Oct 26 The Case for (Service) Design in IoT
The Internet of Things, or IoT, is generating a lot of buzz and investment right now. And for good reason: there are expected to be over 30 billion connected devices in the next three years. The possibility of gathering and analyzing data from these devices and the proliferation of ubiquitous sensors create seemingly unlimited business opportunities. According to Gartner, hardware spending on business and consumer segments will reach almost $3 trillion in 2020.
IoT has already given rise to consumer, industrial and community innovations that are changing how we live, work, and play. WeMo and other smart outlets let consumers measure and record power usage for any plugged-in device and turn it on or off from anywhere in the world. Shopperception uses sensors and networked cameras to detect how shoppers engage with products in stores. Sierra wireless uses internet-connected smart meters to help utilities record when and how much of a resource is used and adjust prices accordingly. With IoT literally all around us, companies across industries are developing IoT strategies. Yet according to Cisco, only 26% of companies consider their IoT deployments and initiatives as being successful. Because IoT can bridge interactions between technology and humans, it is critical to approach it with a service designer’s mindset.
IoT initiatives should be human-centered
Like many technology innovations, early IoT projects tend to be ‘tech-first.’ It’s tempting to add sensors to existing products or equipment because you can, without thinking through the use case and value proposition. Too many teams start by focusing on the technology platform and standards, partnerships and vendors, and data security. Those are important topics, but should all flow after asking the fundamental question: What problem are we trying to solve? There should be greater emphasis on uncovering the human needs, whether they be for customers or internal stakeholders. Service designers are adept at qualitative research and the synthesis required to clarify opportunity statements to ensure an initiative is focused on solving a real problem, reducing the likelihood of creating a $200 salt shaker that can be controlled with a smartphone. (Yes, that’s a real thing!)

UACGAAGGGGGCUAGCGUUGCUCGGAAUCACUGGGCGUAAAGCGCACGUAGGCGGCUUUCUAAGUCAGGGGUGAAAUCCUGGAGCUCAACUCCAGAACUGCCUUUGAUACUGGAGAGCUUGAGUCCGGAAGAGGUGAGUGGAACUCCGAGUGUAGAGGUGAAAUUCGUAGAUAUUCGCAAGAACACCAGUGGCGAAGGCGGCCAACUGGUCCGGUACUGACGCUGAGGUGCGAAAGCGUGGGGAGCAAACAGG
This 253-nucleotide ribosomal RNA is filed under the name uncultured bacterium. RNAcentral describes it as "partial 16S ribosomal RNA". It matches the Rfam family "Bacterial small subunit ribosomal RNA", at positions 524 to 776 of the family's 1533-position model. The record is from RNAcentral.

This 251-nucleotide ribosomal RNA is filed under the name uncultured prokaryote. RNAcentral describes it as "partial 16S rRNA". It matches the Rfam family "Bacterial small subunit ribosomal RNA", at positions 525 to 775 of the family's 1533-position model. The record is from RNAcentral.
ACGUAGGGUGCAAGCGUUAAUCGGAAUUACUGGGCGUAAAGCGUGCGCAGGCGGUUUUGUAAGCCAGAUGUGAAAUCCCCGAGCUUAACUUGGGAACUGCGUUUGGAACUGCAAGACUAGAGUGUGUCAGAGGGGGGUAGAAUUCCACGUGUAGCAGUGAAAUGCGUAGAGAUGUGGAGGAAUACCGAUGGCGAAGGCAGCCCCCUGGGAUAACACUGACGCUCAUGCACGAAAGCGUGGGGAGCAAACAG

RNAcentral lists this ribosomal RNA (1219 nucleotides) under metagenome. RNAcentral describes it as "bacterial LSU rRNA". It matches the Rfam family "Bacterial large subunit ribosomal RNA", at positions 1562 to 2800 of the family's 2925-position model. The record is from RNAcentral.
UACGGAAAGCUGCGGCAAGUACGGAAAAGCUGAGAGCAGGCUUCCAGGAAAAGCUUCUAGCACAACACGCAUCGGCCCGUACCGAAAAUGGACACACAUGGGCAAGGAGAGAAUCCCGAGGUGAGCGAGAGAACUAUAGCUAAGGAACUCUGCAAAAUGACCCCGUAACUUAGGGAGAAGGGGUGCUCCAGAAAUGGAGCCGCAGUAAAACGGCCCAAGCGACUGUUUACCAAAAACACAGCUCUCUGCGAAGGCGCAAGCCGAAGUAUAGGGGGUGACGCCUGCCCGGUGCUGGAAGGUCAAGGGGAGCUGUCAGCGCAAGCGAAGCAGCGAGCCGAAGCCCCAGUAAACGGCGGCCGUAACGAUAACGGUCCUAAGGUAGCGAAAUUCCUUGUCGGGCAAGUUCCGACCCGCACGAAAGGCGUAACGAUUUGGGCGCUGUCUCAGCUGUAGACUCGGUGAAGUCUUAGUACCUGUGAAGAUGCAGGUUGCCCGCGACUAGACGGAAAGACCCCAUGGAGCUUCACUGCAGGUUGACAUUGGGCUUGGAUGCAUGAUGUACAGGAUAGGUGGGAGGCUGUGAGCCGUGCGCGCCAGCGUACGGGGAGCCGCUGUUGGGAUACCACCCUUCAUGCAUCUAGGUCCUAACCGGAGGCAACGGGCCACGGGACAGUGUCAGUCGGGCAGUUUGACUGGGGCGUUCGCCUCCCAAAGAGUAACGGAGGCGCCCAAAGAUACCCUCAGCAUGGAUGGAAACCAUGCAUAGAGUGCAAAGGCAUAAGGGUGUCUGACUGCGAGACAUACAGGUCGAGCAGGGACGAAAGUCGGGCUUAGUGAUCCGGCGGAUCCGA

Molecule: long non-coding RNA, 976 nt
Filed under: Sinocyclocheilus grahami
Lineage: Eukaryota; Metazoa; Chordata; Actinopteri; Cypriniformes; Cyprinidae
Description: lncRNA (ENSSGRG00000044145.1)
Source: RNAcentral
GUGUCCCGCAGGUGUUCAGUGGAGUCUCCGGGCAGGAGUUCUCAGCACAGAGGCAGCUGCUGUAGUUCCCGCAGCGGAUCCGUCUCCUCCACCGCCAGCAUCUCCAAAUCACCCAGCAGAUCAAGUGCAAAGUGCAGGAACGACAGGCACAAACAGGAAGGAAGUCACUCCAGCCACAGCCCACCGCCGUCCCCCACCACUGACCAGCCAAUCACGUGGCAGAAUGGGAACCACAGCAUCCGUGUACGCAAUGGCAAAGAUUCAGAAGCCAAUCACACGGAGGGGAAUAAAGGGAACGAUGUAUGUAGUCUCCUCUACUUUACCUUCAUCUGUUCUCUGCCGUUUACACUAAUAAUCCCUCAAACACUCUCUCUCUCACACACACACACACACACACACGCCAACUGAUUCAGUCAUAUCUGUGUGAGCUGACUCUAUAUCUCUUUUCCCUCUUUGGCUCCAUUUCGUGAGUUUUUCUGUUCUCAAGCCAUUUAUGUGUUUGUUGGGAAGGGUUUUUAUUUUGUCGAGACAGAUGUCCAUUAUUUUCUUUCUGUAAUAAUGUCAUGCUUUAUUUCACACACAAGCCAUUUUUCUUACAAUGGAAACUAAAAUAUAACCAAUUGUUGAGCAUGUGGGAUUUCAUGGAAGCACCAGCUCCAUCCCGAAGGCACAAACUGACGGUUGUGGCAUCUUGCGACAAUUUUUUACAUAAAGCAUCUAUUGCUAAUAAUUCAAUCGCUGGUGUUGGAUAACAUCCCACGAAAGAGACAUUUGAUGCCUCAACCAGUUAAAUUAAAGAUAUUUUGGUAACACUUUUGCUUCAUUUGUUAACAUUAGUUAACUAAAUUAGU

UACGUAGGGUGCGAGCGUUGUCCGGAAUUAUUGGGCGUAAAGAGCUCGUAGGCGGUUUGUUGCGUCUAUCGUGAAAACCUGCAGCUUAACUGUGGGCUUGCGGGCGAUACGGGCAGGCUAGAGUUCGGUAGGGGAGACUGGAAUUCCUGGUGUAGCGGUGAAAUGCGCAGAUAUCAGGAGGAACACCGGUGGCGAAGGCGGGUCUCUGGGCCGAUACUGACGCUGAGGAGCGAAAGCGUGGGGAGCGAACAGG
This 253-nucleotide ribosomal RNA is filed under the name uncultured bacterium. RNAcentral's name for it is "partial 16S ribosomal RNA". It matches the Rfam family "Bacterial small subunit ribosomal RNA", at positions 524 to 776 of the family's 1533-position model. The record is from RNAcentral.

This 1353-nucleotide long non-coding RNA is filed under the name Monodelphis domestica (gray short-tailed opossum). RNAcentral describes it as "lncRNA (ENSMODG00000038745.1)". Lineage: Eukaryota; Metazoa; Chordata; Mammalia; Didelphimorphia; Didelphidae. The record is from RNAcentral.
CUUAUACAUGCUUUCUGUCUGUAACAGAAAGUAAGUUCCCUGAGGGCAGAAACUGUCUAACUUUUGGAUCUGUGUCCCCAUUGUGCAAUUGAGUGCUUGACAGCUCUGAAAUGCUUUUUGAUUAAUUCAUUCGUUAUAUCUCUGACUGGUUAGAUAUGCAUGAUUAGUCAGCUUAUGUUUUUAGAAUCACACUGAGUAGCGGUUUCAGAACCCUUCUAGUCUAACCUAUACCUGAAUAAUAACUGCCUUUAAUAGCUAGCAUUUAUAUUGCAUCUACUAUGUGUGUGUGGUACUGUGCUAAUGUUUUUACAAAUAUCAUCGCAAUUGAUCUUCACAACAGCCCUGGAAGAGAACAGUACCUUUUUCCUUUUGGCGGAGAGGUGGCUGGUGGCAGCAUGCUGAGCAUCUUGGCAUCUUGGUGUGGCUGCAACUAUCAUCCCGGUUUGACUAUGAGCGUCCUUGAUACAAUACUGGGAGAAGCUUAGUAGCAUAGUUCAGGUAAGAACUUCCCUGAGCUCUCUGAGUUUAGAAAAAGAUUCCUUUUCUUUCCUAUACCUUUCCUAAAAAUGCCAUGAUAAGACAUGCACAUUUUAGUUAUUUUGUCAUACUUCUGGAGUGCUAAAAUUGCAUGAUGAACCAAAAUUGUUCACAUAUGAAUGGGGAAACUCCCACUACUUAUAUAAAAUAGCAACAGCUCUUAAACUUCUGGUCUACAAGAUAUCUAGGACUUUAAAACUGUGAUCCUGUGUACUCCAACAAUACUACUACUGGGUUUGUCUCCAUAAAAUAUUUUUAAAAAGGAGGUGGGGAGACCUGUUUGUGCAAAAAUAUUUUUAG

IoT initiatives should be cross-functional
By their very nature, IoT projects tend to cut across traditional organizational silos, especially in large enterprises. Within IT, expertise is needed for hardware, software, data, networking, analytics, and architecture. Add in business leaders, product managers, and a variety of functional roles (service, operations, sales, marketing) that could be involved or impacted, and the internal organizational issues can be more complicated than the technology. Service designers are accustomed to working with a diverse set of stakeholders, commanding the back of house, including people, process and technology; and creating alignment so that the entire team is driving toward a shared objective.
IoT initiatives should be considered part of a journey
Considering how large the opportunities are, it can be tempting to make big bets on IoT by developing a long-term IoT strategy, often with the help of management consultancies or IoT platform vendors, or both. I advocate that it’s more prudent to think big but start small. Testing and learning with low-risk initiatives helps organizations build capabilities and learn what works and what doesn’t. We’ve helped clients stand up internal IoT labs to rapidly build capabilities and showcase to the organization what is possible. Experimentation and rapid iteration are the hallmarks of any good service designer.
In this day and age where the digital and physical are merging, the line between products and services are also blurring. IoT is enabling much of this transformation, and service design –whether as a mindset or in the form of experienced practitioners, should have a seat at the table.